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. Last Updated: 07/27/2016

From 'Bystro' to 'Bistro' And Back Home Again

Although I am by no means a trained linguist, I have always been strangely fascinated by the ways various words are borrowed back and forth between different languages.

Consider, for example, the Russian words bystro (quickly) and bistro (bistro). Impatient Russian soldiers in Paris after the Napoleonic wars hounded French waiters with cries of bystro, bystro (faster, faster) so much that clever French restaurateurs began calling their establishments "bistros" to emphasize quick service.

The word "bistro," in turn, was borrowed into many other languages, including English and Russian, giving us, among other things, the name of Moscow Mayor Yury Luzhkov's favorite restaurant, Russkoye bistro.

And what about direct exchanges between English and Russian? Of course, recent years have seen English pick up such Russian words as sputnik and glasnost', but these clearly remain foreign words describing uniquely Russian phenomena. The only Russian word that I can think of that can be considered completely anglicized is, naturally enough, vodka.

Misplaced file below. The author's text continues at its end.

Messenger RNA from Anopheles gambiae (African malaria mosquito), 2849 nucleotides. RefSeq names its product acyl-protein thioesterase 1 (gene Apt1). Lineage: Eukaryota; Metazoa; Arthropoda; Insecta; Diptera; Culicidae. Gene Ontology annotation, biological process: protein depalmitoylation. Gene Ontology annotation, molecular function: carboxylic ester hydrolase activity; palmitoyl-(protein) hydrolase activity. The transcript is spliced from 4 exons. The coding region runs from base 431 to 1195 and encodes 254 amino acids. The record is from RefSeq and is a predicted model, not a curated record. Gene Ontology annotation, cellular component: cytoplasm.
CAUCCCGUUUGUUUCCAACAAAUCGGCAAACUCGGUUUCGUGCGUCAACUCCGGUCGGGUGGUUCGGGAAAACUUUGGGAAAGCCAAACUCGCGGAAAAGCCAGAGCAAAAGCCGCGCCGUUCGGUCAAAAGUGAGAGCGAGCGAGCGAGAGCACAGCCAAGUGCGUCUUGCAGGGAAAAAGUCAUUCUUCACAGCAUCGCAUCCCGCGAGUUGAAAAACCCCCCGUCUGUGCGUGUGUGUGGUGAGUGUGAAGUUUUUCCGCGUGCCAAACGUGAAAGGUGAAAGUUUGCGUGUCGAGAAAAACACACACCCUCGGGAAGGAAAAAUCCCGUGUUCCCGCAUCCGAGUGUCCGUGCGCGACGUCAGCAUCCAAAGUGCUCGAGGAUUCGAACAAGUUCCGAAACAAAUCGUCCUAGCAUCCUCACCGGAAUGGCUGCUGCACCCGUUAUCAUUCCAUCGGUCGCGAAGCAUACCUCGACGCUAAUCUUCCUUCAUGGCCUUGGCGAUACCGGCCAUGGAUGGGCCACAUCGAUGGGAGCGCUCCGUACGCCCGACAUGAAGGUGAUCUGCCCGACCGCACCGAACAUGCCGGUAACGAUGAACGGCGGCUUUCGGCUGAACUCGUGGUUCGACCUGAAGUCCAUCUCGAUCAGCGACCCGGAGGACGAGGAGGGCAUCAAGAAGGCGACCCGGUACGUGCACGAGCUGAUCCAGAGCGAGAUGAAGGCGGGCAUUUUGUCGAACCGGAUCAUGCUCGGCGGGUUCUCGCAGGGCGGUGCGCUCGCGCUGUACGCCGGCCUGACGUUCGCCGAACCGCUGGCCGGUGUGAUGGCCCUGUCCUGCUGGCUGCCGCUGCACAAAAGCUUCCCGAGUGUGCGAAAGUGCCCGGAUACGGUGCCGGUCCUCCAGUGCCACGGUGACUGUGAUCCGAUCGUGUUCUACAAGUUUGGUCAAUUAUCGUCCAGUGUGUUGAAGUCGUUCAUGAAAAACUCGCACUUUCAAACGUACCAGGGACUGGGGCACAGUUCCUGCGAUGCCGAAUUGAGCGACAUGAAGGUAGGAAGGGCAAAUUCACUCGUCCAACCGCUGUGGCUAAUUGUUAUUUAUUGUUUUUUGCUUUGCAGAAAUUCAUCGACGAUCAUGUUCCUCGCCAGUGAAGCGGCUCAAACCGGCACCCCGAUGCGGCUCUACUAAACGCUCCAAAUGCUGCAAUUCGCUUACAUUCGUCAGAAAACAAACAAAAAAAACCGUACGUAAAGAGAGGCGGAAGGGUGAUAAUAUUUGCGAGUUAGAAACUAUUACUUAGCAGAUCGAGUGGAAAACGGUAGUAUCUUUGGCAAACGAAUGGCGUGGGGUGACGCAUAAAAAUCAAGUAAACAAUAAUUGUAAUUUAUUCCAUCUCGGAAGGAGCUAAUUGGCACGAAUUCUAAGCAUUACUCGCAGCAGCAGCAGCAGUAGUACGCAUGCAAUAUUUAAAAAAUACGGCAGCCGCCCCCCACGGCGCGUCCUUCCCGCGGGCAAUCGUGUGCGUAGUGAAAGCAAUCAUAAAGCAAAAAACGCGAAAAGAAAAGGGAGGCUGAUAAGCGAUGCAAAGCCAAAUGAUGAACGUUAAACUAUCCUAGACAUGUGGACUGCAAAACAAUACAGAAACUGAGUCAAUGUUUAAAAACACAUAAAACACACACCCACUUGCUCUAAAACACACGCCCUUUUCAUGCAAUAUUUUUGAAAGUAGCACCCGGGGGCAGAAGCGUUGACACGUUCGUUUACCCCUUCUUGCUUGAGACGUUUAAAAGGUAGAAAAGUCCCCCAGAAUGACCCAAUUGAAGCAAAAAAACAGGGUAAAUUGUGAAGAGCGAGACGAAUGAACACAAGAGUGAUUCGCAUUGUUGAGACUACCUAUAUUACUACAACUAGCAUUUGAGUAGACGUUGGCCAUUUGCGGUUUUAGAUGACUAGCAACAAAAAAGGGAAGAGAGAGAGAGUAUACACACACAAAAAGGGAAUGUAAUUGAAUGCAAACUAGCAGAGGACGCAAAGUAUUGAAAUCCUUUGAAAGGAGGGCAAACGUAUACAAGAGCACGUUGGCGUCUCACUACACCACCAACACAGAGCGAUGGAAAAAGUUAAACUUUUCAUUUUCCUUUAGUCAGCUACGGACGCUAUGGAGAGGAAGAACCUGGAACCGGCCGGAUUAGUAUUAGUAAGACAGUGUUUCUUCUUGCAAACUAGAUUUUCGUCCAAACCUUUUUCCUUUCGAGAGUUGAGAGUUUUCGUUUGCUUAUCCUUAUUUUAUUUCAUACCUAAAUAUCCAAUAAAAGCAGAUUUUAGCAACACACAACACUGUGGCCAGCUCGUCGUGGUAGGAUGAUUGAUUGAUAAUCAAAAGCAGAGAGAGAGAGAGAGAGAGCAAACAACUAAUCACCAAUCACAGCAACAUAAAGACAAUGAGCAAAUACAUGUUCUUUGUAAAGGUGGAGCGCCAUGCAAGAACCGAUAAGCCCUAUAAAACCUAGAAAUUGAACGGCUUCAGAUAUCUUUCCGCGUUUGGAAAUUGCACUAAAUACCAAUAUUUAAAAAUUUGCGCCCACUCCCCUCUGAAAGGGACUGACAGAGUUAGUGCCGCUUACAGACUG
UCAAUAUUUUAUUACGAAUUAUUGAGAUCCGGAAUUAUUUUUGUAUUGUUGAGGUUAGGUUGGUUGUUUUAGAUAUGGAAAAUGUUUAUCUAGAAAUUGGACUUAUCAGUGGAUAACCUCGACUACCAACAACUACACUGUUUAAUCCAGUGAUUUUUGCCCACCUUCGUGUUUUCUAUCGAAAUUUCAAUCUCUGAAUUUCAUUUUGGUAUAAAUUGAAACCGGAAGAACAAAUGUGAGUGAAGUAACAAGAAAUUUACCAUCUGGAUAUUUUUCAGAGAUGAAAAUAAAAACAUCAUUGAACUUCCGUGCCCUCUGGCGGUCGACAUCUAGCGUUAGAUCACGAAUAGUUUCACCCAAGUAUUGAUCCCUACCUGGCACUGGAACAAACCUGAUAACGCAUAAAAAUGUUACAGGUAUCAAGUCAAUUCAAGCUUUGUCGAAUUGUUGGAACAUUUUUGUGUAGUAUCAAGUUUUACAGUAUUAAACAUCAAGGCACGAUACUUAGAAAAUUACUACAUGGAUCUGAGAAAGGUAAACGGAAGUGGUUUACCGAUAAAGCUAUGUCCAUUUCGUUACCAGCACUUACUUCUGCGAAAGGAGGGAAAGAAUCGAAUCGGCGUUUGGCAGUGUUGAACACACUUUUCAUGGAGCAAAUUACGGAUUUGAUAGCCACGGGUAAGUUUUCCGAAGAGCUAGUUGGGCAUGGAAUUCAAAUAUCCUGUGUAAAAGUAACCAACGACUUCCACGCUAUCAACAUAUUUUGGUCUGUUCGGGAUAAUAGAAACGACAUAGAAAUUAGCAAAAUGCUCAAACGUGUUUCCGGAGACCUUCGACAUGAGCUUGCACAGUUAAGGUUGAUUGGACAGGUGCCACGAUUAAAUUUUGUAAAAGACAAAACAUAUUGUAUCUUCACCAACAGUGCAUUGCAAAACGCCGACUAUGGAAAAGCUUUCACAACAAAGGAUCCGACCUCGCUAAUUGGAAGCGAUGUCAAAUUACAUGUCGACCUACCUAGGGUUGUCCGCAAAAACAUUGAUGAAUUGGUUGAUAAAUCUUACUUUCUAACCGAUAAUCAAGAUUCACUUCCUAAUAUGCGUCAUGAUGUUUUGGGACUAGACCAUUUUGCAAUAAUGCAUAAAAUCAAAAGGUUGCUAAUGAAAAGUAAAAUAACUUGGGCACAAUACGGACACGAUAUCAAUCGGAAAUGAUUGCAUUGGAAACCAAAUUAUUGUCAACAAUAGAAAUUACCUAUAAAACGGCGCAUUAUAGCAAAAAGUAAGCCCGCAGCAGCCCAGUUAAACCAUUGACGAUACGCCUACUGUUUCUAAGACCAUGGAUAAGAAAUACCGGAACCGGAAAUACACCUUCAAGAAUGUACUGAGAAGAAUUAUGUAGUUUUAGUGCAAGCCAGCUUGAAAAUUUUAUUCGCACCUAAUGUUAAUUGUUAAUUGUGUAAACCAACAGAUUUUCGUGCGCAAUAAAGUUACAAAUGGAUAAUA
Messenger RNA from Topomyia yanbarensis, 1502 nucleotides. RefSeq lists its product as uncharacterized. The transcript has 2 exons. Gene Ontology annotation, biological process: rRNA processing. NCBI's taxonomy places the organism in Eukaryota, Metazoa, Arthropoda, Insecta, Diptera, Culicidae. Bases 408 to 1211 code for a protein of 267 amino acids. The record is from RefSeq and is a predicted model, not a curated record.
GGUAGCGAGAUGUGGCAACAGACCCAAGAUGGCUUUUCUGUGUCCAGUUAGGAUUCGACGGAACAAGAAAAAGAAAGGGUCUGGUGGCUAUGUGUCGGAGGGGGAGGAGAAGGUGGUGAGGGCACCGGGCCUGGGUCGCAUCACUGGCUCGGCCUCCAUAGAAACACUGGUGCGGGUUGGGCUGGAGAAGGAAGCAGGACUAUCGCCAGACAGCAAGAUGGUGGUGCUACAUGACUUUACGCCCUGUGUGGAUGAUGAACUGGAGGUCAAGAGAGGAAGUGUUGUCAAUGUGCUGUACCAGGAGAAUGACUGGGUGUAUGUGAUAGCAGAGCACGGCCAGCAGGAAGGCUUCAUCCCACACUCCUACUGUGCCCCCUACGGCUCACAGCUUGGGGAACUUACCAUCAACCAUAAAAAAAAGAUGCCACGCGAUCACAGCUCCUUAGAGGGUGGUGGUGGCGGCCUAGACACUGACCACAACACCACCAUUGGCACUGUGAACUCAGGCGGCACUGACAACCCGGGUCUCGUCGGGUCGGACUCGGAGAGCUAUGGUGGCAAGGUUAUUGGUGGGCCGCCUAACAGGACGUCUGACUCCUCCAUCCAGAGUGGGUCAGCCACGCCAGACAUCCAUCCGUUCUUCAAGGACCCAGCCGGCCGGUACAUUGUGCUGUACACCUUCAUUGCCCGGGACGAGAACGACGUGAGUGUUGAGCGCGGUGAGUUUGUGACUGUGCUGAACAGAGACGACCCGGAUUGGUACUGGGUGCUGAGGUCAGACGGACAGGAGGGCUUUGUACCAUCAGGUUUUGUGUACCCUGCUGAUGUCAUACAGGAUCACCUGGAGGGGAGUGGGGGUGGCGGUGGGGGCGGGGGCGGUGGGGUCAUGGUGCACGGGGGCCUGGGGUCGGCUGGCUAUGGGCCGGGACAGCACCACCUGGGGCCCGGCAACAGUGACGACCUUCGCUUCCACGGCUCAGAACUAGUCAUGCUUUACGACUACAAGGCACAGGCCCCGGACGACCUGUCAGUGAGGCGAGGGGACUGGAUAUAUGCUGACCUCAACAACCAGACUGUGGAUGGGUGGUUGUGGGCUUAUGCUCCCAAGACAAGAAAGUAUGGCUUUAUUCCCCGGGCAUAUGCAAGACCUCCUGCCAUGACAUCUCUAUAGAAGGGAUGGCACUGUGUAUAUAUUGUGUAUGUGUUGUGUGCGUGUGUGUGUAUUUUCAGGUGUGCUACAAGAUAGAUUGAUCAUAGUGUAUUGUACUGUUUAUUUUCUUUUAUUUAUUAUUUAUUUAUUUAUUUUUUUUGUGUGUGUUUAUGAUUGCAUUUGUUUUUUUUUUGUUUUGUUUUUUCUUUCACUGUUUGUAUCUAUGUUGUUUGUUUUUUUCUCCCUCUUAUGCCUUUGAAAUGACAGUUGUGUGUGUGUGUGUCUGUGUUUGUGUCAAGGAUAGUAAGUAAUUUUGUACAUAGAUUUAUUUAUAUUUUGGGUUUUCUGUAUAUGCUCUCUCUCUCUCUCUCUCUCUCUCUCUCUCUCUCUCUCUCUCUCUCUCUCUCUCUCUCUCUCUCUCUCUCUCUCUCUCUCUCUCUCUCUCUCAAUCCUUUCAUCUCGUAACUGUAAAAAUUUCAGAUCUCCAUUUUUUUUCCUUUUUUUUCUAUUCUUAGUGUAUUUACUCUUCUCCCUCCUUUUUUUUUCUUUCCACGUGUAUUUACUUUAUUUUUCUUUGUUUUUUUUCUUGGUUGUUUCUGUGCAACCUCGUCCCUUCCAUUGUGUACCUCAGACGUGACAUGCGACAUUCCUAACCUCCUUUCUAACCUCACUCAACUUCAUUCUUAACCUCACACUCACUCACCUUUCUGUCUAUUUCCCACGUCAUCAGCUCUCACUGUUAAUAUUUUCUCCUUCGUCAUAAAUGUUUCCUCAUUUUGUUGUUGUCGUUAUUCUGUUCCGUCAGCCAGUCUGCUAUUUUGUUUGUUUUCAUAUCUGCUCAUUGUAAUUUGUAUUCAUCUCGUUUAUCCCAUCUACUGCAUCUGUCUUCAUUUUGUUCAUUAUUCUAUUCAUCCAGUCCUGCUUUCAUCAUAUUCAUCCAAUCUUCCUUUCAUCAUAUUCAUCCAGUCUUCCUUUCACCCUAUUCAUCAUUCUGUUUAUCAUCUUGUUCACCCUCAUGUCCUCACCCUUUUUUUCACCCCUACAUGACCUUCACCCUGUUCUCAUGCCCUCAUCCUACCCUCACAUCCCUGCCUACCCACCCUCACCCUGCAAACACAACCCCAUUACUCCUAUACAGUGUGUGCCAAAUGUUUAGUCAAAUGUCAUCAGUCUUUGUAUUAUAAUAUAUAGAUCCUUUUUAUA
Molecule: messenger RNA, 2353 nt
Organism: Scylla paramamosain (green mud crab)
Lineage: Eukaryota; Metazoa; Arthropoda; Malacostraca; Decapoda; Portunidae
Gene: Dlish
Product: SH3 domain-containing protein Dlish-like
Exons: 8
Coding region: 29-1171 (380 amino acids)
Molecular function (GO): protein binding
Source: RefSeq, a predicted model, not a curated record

We should, however, also mention the word "robot." "Robot" did not come to English from Russian, but from the Czech equivalent of the Russian verb rabotat' (to work). Now, though, the idea of a humanoid machine is captured in Russian by the russified English word robot.

Russian, of course, has been borrowing words for centuries. Some of the most common and seemingly natural Russian words actually have their origins in other languages. Izba (a peasant hut) and khleb (bread) were borrowed from Old German. The name of that favorite Russian vegetable svyokla (beet) comes from Greek, and the words bogatyr' (hero) and loshad' (horse) come from Turkish languages.

I began thinking about these ideas during a vacation in Paris last spring when I found myself standing next to one of the above-mentioned bistros. Noticing that sign made me start thinking of the Russian language (despite my efforts to forget all about Moscow life) and then my attention was drawn to another sign featuring the French word chapeau, or "hat."

I was struck by the similarity between chapeau and the quintessentially Russian shapka (hat). Later, a little research confirmed my suspicions and gave me a great example of the strange things that happen when words emigrate and then return.

Shapka was borrowed into Russian a few hundred years ago from the French chape, which evolved into the modern French chapeau. Ironically, the original meaning of shapka was "a European-style hat" and only with time did the fur shapka become practically a symbol of Russia.

In the meantime, the Russian word shapka was borrowed back into French as chapka, meaning "a fur hat in the Russian style." Welcome home, chape!